These vulnerable ecosystems are really important to be studied to assess and monitor the impact of climate change- scientists do this by using long range autonomous or remotely controlled submersibles, such as Boaty McBoatface developed at NOC in Southampton!4 This sort of technology could eventually be repurposed for use in future missions to Icy Moons such as Europa, to investigate what actually is below its icy crust!
Elsewhere in the ocean, hydrothermal vents are also being explored in this way for similar reasons. But where the ecosystems under the Antarctic Ice Sheet may resemble potential communities living close to the surface under Europa’s ice sheet, hydrothermal vents may reveal how communities could spring up without any need for light to reach through the ice. Hydrothermal Vents are where geothermally heated water is released back into the ocean at high temperatures from cracks in the crust. The water is rich in minerals such as silica (in lower temperature ‘white smokers’) and iron sulphides (in higher temperature ‘black smokers’). At the vents, the water is scaldingly hot- up to 400 degrees!5
But the heat dissipates into the surrounding ocean, heating the near freezing waters of the open ocean to something more tropical! So far below the surface, the lack of light means photosynthesis is impossible. Instead, the producers use the heat and metal ions provided by hydrothermal vents for energy through chemosynthesis. The vents are usually found where the crust is warmer near volcanically active areas, and although Europa may not have plate tectonics, the gravitational interaction between the Galilean Moons keeps its mantle warm, so similar processes could form these hydrothermal vents where the subsurface ocean and mantle interact.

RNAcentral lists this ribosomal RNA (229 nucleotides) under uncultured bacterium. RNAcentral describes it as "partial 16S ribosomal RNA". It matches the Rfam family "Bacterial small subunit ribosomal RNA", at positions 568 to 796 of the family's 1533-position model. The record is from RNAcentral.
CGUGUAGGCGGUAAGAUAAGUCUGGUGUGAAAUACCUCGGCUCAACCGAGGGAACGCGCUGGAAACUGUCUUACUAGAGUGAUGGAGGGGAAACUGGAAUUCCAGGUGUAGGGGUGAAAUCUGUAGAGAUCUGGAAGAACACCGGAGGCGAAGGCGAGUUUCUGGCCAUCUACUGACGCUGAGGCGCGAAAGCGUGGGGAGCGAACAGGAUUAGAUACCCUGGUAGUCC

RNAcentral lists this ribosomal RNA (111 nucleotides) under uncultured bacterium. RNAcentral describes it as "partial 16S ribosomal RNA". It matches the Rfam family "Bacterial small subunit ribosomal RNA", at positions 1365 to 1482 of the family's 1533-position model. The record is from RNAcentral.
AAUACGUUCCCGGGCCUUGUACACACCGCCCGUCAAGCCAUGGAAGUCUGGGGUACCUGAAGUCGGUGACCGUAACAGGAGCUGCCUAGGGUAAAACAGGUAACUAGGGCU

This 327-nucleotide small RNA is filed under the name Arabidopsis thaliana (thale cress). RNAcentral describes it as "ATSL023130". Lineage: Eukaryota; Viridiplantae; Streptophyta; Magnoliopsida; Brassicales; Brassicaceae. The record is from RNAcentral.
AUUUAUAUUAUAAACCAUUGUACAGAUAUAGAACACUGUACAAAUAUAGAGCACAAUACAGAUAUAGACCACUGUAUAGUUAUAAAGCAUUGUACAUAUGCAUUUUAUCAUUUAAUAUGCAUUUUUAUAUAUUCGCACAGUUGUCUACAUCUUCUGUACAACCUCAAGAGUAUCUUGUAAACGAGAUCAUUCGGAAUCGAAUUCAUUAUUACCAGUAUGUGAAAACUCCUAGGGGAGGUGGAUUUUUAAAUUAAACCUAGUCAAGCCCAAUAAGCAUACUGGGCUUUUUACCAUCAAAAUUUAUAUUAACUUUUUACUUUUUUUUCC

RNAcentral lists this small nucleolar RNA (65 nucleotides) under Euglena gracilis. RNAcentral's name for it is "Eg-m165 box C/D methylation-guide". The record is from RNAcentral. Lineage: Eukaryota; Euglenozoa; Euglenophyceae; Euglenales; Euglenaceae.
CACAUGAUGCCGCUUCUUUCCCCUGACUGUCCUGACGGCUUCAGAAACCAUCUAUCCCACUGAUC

These oceanic communities are fairly good analogues for the icy moons of the solar system like Europa or Enceladus, but they are still connected to the rest of the (decidedly non icy) ocean, so are very much affected by the global system. In fact, the cold, extra salty oceans of the poles (the salt concentration increases as ice forms from pure water, leaving salt behind), is what powers some of the world’s largest and strongest ocean currents.
But you don’t have to go far to find an even better analogue: beneath the ice sheet of mainland Antarctica lies a buried continent, fit with its own mountains, valleys, and even lakes. It has been hypothesised that a huge lake and river system of salty water could exist in certain places beneath the ice, such as Lake Vostok, 900m below the ice and 1500km from the ocean. The huge subglacial lake is currently being explored, and the researchers are having to implement techniques to prevent contamination of a potentially pristine ecosystem vulnerable to change. This ethical dilemma of interfering with an isolated ecosystem is one which is important to consider when planning space missions.6
Antarctica isn’t only an analogue site for icy moons, but also Mars. The McMurdo Dry Valleys are the largest area of Antarctica not covered by ice. Protected by mountains, they are some of the most extreme deserts on earth, having not seen any rain for about 2 million years, and any snow that falls quickly evaporates due to the incredibly dry wind. Some areas receive enough humidity for lichens to grow, but the driest regions most similar to Mars have an almost entirely sterile permafrost. The few microbes which do live here, live within rocks, which have more moisture than the air around them!7